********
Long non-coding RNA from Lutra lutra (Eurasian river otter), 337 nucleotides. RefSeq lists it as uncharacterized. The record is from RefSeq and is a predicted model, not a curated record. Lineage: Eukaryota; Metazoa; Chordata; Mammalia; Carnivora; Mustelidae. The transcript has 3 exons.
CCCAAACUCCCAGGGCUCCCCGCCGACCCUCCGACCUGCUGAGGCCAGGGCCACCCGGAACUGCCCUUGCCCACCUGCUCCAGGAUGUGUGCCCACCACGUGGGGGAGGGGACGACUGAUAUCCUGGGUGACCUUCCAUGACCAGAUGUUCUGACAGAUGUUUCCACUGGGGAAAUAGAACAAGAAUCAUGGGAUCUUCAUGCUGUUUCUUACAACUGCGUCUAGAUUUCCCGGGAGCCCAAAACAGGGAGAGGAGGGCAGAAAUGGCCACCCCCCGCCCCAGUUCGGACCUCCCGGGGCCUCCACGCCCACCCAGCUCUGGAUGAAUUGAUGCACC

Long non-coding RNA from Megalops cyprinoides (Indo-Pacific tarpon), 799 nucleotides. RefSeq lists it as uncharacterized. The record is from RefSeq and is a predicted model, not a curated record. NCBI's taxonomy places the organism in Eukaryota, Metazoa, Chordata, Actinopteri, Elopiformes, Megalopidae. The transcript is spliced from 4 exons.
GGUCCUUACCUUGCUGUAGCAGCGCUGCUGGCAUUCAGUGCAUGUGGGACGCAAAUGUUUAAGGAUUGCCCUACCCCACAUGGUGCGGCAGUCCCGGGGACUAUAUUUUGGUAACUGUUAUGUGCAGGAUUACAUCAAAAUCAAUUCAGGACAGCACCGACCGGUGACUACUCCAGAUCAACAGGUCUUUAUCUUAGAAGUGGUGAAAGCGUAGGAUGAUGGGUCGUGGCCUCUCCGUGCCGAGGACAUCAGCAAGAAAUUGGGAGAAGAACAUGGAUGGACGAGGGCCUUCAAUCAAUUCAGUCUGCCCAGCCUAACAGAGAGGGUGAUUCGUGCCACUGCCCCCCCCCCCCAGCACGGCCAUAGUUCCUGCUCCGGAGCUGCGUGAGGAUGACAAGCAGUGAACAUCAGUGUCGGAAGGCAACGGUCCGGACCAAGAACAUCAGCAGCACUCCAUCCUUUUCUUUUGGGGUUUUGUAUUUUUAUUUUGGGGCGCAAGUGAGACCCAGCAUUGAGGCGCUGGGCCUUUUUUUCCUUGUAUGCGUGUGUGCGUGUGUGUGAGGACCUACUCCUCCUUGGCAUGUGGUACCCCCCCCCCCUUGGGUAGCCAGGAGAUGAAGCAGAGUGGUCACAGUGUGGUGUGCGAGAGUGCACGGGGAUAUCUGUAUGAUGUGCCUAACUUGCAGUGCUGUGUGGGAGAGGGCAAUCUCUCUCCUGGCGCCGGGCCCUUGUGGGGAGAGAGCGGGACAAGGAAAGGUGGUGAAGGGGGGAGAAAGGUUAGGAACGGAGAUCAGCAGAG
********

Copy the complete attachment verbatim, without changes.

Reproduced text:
Long non-coding RNA from Lutra lutra (Eurasian river otter), 337 nucleotides. RefSeq lists it as uncharacterized. The record is from RefSeq and is a predicted model, not a curated record. Lineage: Eukaryota; Metazoa; Chordata; Mammalia; Carnivora; Mustelidae. The transcript has 3 exons.
CCCAAACUCCCAGGGCUCCCCGCCGACCCUCCGACCUGCUGAGGCCAGGGCCACCCGGAACUGCCCUUGCCCACCUGCUCCAGGAUGUGUGCCCACCACGUGGGGGAGGGGACGACUGAUAUCCUGGGUGACCUUCCAUGACCAGAUGUUCUGACAGAUGUUUCCACUGGGGAAAUAGAACAAGAAUCAUGGGAUCUUCAUGCUGUUUCUUACAACUGCGUCUAGAUUUCCCGGGAGCCCAAAACAGGGAGAGGAGGGCAGAAAUGGCCACCCCCCGCCCCAGUUCGGACCUCCCGGGGCCUCCACGCCCACCCAGCUCUGGAUGAAUUGAUGCACC

Long non-coding RNA from Megalops cyprinoides (Indo-Pacific tarpon), 799 nucleotides. RefSeq lists it as uncharacterized. The record is from RefSeq and is a predicted model, not a curated record. NCBI's taxonomy places the organism in Eukaryota, Metazoa, Chordata, Actinopteri, Elopiformes, Megalopidae. The transcript is spliced from 4 exons.
GGUCCUUACCUUGCUGUAGCAGCGCUGCUGGCAUUCAGUGCAUGUGGGACGCAAAUGUUUAAGGAUUGCCCUACCCCACAUGGUGCGGCAGUCCCGGGGACUAUAUUUUGGUAACUGUUAUGUGCAGGAUUACAUCAAAAUCAAUUCAGGACAGCACCGACCGGUGACUACUCCAGAUCAACAGGUCUUUAUCUUAGAAGUGGUGAAAGCGUAGGAUGAUGGGUCGUGGCCUCUCCGUGCCGAGGACAUCAGCAAGAAAUUGGGAGAAGAACAUGGAUGGACGAGGGCCUUCAAUCAAUUCAGUCUGCCCAGCCUAACAGAGAGGGUGAUUCGUGCCACUGCCCCCCCCCCCCAGCACGGCCAUAGUUCCUGCUCCGGAGCUGCGUGAGGAUGACAAGCAGUGAACAUCAGUGUCGGAAGGCAACGGUCCGGACCAAGAACAUCAGCAGCACUCCAUCCUUUUCUUUUGGGGUUUUGUAUUUUUAUUUUGGGGCGCAAGUGAGACCCAGCAUUGAGGCGCUGGGCCUUUUUUUCCUUGUAUGCGUGUGUGCGUGUGUGUGAGGACCUACUCCUCCUUGGCAUGUGGUACCCCCCCCCCCUUGGGUAGCCAGGAGAUGAAGCAGAGUGGUCACAGUGUGGUGUGCGAGAGUGCACGGGGAUAUCUGUAUGAUGUGCCUAACUUGCAGUGCUGUGUGGGAGAGGGCAAUCUCUCUCCUGGCGCCGGGCCCUUGUGGGGAGAGAGCGGGACAAGGAAAGGUGGUGAAGGGGGGAGAAAGGUUAGGAACGGAGAUCAGCAGAG